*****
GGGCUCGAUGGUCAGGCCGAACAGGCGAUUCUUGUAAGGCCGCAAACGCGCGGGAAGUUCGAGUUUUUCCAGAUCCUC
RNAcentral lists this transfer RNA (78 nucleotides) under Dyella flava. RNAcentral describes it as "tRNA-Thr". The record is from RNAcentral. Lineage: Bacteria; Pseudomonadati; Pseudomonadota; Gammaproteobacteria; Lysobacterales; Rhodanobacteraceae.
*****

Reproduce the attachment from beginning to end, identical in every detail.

GGGCUCGAUGGUCAGGCCGAACAGGCGAUUCUUGUAAGGCCGCAAACGCGCGGGAAGUUCGAGUUUUUCCAGAUCCUC
RNAcentral lists this transfer RNA (78 nucleotides) under Dyella flava. RNAcentral describes it as "tRNA-Thr". The record is from RNAcentral. Lineage: Bacteria; Pseudomonadati; Pseudomonadota; Gammaproteobacteria; Lysobacterales; Rhodanobacteraceae.